Aquila chrysaetos

| 14 Comments

Photograph by Karen Dobson.

Photography contest, Honorable Mention.

Dobson.Golden_Eagle.jpg

Aquila chrysaetos – Golden Eagle.

14 Comments

That is an impressive bird. I just read an article over the weekend about a master falconer who works with and owns two golden eagles. This is not for the timid to attempt. From the article:

Sometimes, the birds need retraining. This year, his male developed some misplaced aggression and focused his efforts on Simpson rather than the rabbits in the field. One day, he looked up to see his eagle speeding toward him, talons fixed. With a quick swat, he batted Bubba away, but not before he got a talon through his upper lip and under his chin, piercing his tongue.

http://www.wyomingnews.com/articles[…]03-28-10.txt There are a couple photos that some may enjoy.

Those birds are huge. I found one out in the boonies a few years ago that was sick and took it into a woman known as the raptor lady. I had a bag sitting on my lap to keep the thing from tearing my legs up and a jacket over it to keep it from freaking out for over 2 hours. When I made the mistake of taking the jacket off once, and all of a sudden both wingtips were sticking out both windows of the truck. I found to that to be impressive, considering that its left wing tip was sticking out the driver’s side window while I was in the passenger’s seat. It’s talons were equally impressive. I figured better the bag sitting on my lap than me, though it never did anything that would have torn me up. It was sick, after all.

A couple of days later it died from lead poisoning. For those of you who hunt waterfowl, use non-toxic shot. The whole lead shot kills birds of prey thing is true, not to mention that it’s a good way to avoid getting fined by a federal game warden.

What a magnificent predator. Definitely an animal to admire… at a distance.

Jesse, my hat is off to you for holding that set of killing hooks (head and feet) in your lap, their owner being sick or not.

wright1 said:

What a magnificent predator. Definitely an animal to admire… at a distance.

Jesse, my hat is off to you for holding that set of killing hooks (head and feet) in your lap, their owner being sick or not.

If you can catch one on foot with nothing but a jacket and your hands, it’s not going to be too feisty. My bag also had a lot of stuff in it that it would have had to go through to get to me, and the jacket did a good job of keeping its beak away from my other extremities. While not nearly so dangerous, I have also had plenty of experience keeping the beaks of geese away from me while carrying them around. I should have known better when those wings came sticking out all of a sudden. I was just a little nervous about that beak being able to get to my hands and didn’t have them where I should have. A goose chomping down on you might take some skin off and hurt a bit. An eagle? Well, that’s an unhappy and bloody visit to the doc.

It’s still a dinosaur.

Happy Creationism Day!

Truly a beautiful animal. My wife and I are fortunate to see one fairly regularly on our commute to and from work. Awe inspiring as they soar overhead, I can’t imagine having one on my lap, etc.

Jesse, you have my heartfelt respect for the great effort you undertook in an effort to save one of these beauties. Pity it was too ill to survive, but like wright1, my hat is off to you.

every specie should be really preserved as they have their own roles in the ecosystem…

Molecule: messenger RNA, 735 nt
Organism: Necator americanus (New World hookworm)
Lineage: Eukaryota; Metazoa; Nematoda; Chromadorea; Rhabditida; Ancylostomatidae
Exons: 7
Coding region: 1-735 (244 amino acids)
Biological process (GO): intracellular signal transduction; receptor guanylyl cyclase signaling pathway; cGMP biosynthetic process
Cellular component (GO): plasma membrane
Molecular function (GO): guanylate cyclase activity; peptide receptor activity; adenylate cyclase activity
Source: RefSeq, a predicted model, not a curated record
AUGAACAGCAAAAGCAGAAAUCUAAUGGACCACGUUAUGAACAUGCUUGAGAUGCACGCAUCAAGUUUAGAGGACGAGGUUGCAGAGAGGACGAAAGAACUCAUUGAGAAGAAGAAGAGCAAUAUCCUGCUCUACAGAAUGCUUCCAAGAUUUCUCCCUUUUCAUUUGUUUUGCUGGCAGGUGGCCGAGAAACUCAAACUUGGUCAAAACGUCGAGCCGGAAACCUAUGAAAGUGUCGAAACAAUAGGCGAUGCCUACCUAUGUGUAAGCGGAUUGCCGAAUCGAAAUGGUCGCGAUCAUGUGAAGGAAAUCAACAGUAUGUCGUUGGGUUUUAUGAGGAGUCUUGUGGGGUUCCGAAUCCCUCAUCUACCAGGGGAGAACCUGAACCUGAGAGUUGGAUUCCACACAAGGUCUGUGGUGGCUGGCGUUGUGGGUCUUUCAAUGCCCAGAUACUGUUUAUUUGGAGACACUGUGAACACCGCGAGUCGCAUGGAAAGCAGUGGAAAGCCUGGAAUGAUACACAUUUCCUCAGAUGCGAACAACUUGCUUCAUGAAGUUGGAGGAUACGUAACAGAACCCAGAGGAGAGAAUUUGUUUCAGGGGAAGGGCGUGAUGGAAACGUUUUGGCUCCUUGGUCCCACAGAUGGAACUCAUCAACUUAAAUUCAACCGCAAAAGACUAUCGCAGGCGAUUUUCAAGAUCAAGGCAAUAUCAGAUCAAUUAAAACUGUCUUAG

Forget the bird messing up the picture - those are lovely rocks!!

Alan B said:

Forget the bird messing up the picture - those are lovely rocks!!

I take it you like NM. It is supposed to be a geologist’s wet dream.

Jesse said:

Alan B said:

Forget the bird messing up the picture - those are lovely rocks!!

I take it you like NM. It is supposed to be a geologist’s wet dream.

I’m from England but if NM is like that picture, I like NM!. Any hints or links for places to follow up?

Jesse said: I take it you like NM. It is supposed to be a geologist’s wet dream.

Nah, that’s Arizona: Grand Canyon, Meteor (Barringer) Crater, Petrified Forest, Painted Desert, Sedona, …

Actually, the whole SW US is pretty awesome. I’ve been lucky enough to travel a lot in the area, going to the aforementioned as well as Bryce Canyon NP, Zion NP, and Capitol Reef NP (Utah), Colo. Nat. Monument and Rocky Mt. NP (CO), Carlsbad Caverns (NM), numerous California NP’s. Even Texas has some great geology, if you can avoid the people…

Anyone who’s interested in geology should try to spend some time in that part of the US.

Alan B said: I’m from England but if NM is like that picture, I like NM!. Any hints or links for places to follow up?

This contains a listing of the national parks I’ve been to, not only there but in other areas as well.

http://people.sfcollege.edu/greg.mead/links.htm

Scroll down about a sixth of the way from the top. You’ll see a table containing links to a bunch of NPs and Nat’l Forests.

GvlGeologist, FCD said:

Alan B said: I’m from England but if NM is like that picture, I like NM!. Any hints or links for places to follow up?

This contains a listing of the national parks I’ve been to, not only there but in other areas as well.

http://people.sfcollege.edu/greg.mead/links.htm

Scroll down about a sixth of the way from the top. You’ll see a table containing links to a bunch of NPs and Nat’l Forests.

Thanks for that - I’ll have a browse!

Alan

Just a note to those interested in the rock formation in this photo. Those rocks are in Denali National Forest in Alaska.

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This page contains a single entry by Matt Young published on March 29, 2010 12:00 PM.

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